Wednesday, March 28, 2007

Cheers to beers!

"Beer is the drink of the moment", it was announced in The Guardian today. In fact, according to a survey by international marketing analysts AC Nielsen, beer is now officially "the most popular beverage on the planet"!

That English newspaper's article which caught this beer geek's eye goes on to discuss the state and status of that popular tipple in China (where there are some 850 different breweries); the Czech Republic (whose denizens drink more beer per head than their German neighbors); the U.S.A. (which now has more than 1,300 microbreweries); India (whose first commercial brewery was established in the 1820s); and South America (where Aztecs and Mayans made beer long before the arrival of the Europeans).

And it proceeded to cause me to raise at least one eyebrow when its British author, Roger Protz, who edits the Campaign for Real Ale (CAMRA)'s Good Beer Guide, went on and named the Goose Island IPA brewed by Chicago's Goose Island Beer Company as that which "just may be the best beer in the world."

Stepping back a bit for some perspective: The fact that American microbrews are capable of brewing some fine beers is not news to me. But the best beer in the whole wide world? And yes, it's true enough that I've not tasted the afore-nominated beer. Nonetheless, I would have expected that to be brewed in either one of the countries whose traditional beer styles I most admire, and have influenced the American microbrews I most like (e.g., the North Coast Old Rasputin Imperial Russian Stout or Celis White): i.e., Britain or Belgium.

Starting first with Belgium: This, after all, is a country whose national tourist authority trumpets the fact that it is home to "over 450 varieties of beer and "almost as many beer styles". And while I had the misfortune of having visited Belgium before I became a beer geek, I also was lucky enough to reside for some years in a city -- Philadelphia, the legendary City of Brotherly Shove -- which had a very good Belgian eatery in Monk's Cafe which prided itself on being a "beer emporium" as well as restaurant.

Consequently, I've been introduced to such beery delights as the agreeable white (or wheat) beers whose brewing tradition inspired Celis White, heavenly Trappist ales (e.g., those from Chimay like the 8 percent alcohol level Chimay Tripel) and those famously strong beers (e.g., the smooth and sweet but also dangerously alcoholic Duvel). And then there's -- but of course! -- those exotic as well as fruity lambics like Lindemans Frambroise Lambic that, at the risk of being accused of beer blasphemy, bring to mind champagne more than most other types of beers.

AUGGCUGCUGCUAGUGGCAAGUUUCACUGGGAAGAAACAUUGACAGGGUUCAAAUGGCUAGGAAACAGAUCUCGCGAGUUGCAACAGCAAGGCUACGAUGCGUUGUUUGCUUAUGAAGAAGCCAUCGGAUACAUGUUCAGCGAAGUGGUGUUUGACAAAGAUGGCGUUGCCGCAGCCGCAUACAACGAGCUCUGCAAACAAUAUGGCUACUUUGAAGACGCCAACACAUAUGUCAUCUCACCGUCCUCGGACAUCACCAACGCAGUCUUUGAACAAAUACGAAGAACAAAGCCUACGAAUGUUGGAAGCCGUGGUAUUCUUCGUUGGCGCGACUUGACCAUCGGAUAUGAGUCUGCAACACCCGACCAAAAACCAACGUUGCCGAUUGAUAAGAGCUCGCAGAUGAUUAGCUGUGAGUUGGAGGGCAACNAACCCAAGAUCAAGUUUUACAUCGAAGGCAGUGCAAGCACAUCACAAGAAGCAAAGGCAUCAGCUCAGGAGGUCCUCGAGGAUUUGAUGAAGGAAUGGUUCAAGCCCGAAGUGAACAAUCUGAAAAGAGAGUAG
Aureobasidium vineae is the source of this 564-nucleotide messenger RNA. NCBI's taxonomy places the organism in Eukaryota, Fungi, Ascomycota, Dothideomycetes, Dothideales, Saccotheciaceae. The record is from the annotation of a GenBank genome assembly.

Still (and yes, you can chalk it down to my general Anglophilia!), I have to say that my own preference is for the beers of Britain. More specifically, my absolute tipples of choice would include such as the peculiarly named but flavorful Old Speckled Hen (that I've been ecstatic to find on draft in at least one British-style pub over here in Malaysia) or the dreamy Samuel Smith's Imperial Stout (which, alas, I haven't seen available anywhere in my home country).

Then there are those dark and full provincial English beers known as Milds; malty libations that, as their style's name implies, are low on alcoholic content despite being dark in color and, therefore, in the popular imagination, supposedly stronger in terms of alcoholic "kick". Unfortunately associated with "old men in flat caps" in some parts of Britain, they're virtually unknown in others and generally not to be found outside of that country.

In point of fact, I can recall more than one occasion when I asked the bartender at a London pub whether they served Mild, only to get a return query as to whether I was, in fact, asking for "light" beer. Should you be a beer geek (or even -- pun intended! -- mildly interested in trying out a different kind of beer) though, here's encouraging you -- should you find yourself in England at somewhere in the future -- to look out for and sample this tasty variety of beer that, after imbibing a pint or more of, you, too, might decide was worth seeking out after all. :)

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